## Total static head

It consists basically of two parts:
1. The pressure difference between discharge side and suction side tank. It is zero for open tanks and closed circulation systems.
2. The height difference between the liquid levels of discharge side and suction side tanks respective the system inlet and outlet. It is zero for closed circulation systems.
This means for circulation systems the static head is always zero, pin, pout = pressures on suction respectively discharge liquid levels ρ = fluid density g = gravity (9.81 m/s2) Hgeo = static height difference between suction and discharge liquid levels

## Calculating the System H-Q Curve

The required pumping head in a branchless pipeline is determined from BERNOULLI’s equation for one-dimensional, stationary flow of incompressible fluids: pin, pout = pressures on suction respectively discharge liquid levels ρ = fluid density g = gravity (9.81 m/s2) Hgeo = static height difference between suction and discharge liquid levels Hl,tot = total pipe friction loss between inlet and outlet areas vin, vout = mean flow velocities at inlet and outlet liquid level areas The mean flow velocities at the inlet and outlet areas are, based on the Continuity Law, mostly insignificantly small and can be neglected, if the tank areas being relatively large compared to those of the pipe work. In this case, above formula will be simplified to: The static portion of the system H-Q curve, that part that is unrelated to the rate of flow, reads: For closed circulating systems this value becomes zero. The total friction losses are the sum of the frictional losses of all components in the suction and delivery piping. They vary, at sufficiently large REYNOLDS numbers, as the square of the flow rate. g = gravity (9.81 m/s2) Hl,tot = total friction loss between inlet and outlet areas vi = mean flow velocities trough pipe cross-section area Ai = characteristic pipe cross-sectional area ζi = friction loss coefficient for pipes, fittings, etc. Q = flow rate k = proportionality factor Under the above stated premises the parabolic system H-Q curve can now be drawn: The proportionality factor k is determined of the specified duty point. The intersection of the system H-Q and the pump H-Q curves defines the actual operating point.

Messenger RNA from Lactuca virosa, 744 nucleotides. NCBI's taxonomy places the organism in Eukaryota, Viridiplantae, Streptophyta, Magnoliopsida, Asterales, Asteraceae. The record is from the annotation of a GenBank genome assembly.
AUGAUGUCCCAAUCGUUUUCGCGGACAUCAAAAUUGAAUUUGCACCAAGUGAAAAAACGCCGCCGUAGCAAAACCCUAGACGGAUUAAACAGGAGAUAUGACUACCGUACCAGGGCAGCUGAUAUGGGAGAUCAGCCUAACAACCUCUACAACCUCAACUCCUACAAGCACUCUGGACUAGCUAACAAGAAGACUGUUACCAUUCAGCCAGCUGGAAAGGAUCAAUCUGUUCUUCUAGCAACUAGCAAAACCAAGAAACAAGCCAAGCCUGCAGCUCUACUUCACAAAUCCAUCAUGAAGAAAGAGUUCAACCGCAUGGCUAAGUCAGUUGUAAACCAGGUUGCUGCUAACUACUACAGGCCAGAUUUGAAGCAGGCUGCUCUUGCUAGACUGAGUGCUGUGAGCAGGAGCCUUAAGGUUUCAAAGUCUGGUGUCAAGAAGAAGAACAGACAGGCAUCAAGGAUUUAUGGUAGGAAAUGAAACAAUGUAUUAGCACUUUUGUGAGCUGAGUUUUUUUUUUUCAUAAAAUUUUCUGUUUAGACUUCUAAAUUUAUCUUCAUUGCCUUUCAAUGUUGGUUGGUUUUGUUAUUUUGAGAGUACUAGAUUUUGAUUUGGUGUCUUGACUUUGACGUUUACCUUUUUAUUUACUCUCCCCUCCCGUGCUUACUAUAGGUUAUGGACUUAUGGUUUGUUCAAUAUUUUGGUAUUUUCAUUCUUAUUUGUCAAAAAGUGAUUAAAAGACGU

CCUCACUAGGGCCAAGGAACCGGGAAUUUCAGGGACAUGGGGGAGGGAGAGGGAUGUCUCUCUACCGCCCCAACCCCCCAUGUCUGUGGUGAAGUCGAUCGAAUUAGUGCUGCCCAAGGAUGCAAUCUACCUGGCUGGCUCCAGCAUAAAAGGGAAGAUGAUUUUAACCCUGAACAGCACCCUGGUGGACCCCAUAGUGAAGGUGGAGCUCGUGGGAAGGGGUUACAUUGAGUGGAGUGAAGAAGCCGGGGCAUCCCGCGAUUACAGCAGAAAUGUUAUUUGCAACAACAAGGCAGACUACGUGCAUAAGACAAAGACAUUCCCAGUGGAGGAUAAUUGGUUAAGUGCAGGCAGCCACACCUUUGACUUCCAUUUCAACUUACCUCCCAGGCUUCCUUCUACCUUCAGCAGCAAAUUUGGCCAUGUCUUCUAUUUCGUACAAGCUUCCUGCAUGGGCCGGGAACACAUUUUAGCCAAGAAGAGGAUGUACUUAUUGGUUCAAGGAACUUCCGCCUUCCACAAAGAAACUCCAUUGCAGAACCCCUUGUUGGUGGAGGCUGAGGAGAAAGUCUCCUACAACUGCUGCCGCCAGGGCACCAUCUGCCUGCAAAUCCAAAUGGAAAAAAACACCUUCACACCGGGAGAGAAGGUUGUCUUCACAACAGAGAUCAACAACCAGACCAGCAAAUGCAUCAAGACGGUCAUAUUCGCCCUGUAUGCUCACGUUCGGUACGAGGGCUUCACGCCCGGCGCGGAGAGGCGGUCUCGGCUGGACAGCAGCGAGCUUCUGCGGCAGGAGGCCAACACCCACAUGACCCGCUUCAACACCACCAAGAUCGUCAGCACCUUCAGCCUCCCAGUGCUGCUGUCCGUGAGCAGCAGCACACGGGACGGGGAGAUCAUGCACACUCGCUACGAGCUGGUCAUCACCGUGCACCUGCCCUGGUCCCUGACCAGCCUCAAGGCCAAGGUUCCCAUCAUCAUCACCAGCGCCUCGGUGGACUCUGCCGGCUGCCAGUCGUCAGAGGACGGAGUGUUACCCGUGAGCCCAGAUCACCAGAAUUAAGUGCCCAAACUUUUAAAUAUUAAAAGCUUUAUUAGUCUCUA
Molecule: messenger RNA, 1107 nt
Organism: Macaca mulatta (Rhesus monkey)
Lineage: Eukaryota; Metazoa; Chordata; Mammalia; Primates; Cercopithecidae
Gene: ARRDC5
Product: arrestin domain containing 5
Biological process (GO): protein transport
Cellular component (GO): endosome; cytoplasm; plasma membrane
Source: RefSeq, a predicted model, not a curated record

## System Curve

The system performance curve is composed of a static and a dynamic component. Hsystem = Hstat + Hloss(Q) The static component Hstat is independent of the flow velocity (and thus of the flow rate). It contains the geodetic height difference as well as the pressure difference between suction and pressure vessel or inlet and outlet point of the system under consideration. In closed circuits (e.g. heating circulation) the static heed is always zero. The dynamic part of the performance curve describes the piping losses, which depend on the flow rate. In the case of turbulent flow of NEWTON liquids with constant loss coefficients of the system components, the characteristic curve results in a square parabola. If the static head and the duty point are known, the system curve can be shown with sufficient accuracy.